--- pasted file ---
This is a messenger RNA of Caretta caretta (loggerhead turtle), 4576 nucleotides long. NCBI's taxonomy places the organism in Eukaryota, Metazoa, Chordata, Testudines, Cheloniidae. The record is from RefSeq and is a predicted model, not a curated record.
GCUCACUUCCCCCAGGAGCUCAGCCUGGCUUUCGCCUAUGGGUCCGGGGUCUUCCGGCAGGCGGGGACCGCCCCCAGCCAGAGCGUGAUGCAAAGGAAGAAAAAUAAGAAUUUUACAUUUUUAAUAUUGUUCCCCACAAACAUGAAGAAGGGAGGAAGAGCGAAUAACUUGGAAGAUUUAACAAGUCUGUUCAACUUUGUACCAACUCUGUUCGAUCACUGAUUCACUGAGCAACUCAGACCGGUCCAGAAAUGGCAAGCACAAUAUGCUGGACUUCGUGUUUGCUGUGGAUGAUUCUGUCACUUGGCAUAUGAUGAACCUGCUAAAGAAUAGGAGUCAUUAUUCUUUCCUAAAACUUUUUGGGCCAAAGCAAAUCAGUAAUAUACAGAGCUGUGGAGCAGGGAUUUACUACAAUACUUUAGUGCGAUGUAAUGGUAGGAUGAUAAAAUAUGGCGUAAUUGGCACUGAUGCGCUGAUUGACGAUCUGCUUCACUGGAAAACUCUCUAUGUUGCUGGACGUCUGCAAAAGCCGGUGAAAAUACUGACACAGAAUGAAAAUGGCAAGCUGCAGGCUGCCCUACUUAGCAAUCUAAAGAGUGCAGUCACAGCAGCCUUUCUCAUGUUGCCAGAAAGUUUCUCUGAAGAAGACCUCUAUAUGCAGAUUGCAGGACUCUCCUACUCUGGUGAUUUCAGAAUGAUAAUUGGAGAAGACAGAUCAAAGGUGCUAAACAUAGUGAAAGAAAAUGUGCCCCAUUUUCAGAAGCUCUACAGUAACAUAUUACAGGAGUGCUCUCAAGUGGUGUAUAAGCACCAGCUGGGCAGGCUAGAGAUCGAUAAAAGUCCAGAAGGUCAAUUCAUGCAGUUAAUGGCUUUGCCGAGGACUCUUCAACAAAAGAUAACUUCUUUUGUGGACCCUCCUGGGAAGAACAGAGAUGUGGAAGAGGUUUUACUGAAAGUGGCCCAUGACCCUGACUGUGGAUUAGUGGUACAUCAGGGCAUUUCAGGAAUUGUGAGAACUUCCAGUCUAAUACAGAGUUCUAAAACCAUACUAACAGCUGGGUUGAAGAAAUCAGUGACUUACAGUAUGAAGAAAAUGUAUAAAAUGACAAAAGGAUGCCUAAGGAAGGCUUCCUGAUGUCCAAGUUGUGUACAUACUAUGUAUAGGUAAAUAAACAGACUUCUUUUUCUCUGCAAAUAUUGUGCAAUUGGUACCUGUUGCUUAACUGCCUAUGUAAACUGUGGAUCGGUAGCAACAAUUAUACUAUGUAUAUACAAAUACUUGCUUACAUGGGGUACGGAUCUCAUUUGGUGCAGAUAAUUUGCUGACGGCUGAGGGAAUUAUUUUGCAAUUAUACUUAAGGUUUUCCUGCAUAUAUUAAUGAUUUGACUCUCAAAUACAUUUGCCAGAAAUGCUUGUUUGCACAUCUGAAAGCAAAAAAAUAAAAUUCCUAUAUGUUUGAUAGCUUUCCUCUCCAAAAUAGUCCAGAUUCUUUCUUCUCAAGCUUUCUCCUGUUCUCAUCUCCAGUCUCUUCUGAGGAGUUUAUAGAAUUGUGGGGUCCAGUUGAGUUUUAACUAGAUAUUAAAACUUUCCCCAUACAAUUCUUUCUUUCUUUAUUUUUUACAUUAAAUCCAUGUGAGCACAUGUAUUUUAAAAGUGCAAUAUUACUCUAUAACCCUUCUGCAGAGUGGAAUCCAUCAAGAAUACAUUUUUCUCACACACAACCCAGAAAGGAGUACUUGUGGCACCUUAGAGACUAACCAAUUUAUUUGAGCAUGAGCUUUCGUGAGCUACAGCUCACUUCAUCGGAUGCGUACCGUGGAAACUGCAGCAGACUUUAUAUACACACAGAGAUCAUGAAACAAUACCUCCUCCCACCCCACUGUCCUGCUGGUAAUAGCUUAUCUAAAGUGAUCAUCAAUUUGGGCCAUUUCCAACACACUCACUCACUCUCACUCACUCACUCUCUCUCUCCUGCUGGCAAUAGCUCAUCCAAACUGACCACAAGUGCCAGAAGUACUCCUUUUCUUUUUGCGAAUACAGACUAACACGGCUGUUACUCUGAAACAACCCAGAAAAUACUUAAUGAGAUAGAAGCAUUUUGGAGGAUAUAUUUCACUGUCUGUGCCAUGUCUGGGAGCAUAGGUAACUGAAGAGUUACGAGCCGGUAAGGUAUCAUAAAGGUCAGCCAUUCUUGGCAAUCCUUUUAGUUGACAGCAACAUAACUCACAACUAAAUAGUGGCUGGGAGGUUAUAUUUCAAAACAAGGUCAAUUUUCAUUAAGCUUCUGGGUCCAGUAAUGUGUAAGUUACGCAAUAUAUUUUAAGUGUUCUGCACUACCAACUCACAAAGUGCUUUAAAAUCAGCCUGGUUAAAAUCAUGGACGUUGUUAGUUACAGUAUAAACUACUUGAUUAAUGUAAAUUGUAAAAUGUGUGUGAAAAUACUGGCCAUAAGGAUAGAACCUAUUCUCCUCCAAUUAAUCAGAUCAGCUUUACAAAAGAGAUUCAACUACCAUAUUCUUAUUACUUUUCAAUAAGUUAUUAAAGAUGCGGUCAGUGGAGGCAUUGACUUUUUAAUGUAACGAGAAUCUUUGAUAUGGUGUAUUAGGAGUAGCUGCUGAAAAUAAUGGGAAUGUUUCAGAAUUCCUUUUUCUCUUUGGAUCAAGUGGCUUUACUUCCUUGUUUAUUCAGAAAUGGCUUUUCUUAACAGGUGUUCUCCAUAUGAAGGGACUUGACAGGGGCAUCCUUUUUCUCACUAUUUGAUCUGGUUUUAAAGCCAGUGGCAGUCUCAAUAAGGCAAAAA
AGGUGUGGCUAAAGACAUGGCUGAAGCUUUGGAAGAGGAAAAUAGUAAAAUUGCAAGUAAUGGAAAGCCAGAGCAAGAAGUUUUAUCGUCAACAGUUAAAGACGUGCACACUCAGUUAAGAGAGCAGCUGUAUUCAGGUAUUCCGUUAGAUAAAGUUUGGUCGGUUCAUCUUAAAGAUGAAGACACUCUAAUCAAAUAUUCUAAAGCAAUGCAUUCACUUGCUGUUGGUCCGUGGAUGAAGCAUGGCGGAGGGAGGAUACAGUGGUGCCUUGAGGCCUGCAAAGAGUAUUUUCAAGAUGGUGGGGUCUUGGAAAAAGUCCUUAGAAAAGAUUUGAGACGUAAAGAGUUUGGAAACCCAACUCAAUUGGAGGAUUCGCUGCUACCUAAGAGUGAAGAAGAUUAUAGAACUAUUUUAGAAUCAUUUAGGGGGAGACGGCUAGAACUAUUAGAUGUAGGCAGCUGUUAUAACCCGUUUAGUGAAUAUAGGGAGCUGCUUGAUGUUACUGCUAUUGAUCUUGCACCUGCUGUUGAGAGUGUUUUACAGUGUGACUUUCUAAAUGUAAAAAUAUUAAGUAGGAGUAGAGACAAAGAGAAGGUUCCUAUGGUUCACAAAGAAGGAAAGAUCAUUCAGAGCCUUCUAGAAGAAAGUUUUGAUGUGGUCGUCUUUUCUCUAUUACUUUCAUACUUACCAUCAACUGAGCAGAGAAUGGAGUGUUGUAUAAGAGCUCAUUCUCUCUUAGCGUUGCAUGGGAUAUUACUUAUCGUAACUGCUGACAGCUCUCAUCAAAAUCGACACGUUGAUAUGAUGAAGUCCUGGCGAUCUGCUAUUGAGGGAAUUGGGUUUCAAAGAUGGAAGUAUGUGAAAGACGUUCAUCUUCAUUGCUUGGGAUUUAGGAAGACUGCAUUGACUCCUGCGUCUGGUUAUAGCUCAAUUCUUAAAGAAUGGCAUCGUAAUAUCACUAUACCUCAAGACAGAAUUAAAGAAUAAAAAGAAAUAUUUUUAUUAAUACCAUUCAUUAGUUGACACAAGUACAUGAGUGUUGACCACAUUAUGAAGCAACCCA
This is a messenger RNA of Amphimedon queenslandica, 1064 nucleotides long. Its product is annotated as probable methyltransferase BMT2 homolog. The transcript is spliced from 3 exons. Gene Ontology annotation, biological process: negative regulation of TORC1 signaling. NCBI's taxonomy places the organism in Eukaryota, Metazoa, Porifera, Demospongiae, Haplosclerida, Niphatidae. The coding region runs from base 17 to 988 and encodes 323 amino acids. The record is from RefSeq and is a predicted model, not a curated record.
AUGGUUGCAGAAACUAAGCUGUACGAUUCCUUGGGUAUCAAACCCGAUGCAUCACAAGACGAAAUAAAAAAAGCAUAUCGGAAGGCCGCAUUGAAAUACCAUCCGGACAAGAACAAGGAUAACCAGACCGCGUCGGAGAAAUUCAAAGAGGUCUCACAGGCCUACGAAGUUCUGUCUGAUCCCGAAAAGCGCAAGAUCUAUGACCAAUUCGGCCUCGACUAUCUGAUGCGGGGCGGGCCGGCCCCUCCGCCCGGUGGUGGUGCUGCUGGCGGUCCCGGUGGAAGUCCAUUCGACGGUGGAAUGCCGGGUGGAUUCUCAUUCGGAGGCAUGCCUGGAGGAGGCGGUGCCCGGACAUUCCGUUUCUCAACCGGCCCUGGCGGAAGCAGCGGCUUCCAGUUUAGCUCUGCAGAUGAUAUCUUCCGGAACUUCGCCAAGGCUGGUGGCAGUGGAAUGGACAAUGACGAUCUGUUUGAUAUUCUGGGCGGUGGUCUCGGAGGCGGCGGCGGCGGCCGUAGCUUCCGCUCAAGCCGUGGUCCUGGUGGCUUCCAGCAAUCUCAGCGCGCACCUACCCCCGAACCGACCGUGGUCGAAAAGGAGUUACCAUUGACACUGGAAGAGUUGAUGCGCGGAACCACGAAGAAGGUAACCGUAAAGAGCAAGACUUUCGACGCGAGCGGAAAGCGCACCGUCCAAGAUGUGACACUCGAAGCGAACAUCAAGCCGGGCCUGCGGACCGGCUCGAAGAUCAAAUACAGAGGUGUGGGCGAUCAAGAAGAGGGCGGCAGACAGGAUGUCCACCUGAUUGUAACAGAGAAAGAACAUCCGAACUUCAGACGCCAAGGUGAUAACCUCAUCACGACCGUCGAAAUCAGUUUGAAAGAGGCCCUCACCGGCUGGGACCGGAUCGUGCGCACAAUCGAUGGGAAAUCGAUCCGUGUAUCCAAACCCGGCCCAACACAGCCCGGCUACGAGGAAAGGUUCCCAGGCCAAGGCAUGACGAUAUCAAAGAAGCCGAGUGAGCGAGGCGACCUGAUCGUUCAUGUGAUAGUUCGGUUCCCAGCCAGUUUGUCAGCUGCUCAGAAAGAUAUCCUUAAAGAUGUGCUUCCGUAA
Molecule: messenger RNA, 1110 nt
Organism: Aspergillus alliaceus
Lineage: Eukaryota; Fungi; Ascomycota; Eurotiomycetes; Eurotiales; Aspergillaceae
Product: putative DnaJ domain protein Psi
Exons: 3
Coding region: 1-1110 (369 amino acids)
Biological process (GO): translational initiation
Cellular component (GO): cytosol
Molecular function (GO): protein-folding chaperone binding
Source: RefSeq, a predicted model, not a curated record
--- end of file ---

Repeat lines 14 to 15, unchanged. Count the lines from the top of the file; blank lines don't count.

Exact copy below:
Molecular function (GO): protein-folding chaperone binding
Source: RefSeq, a predicted model, not a curated record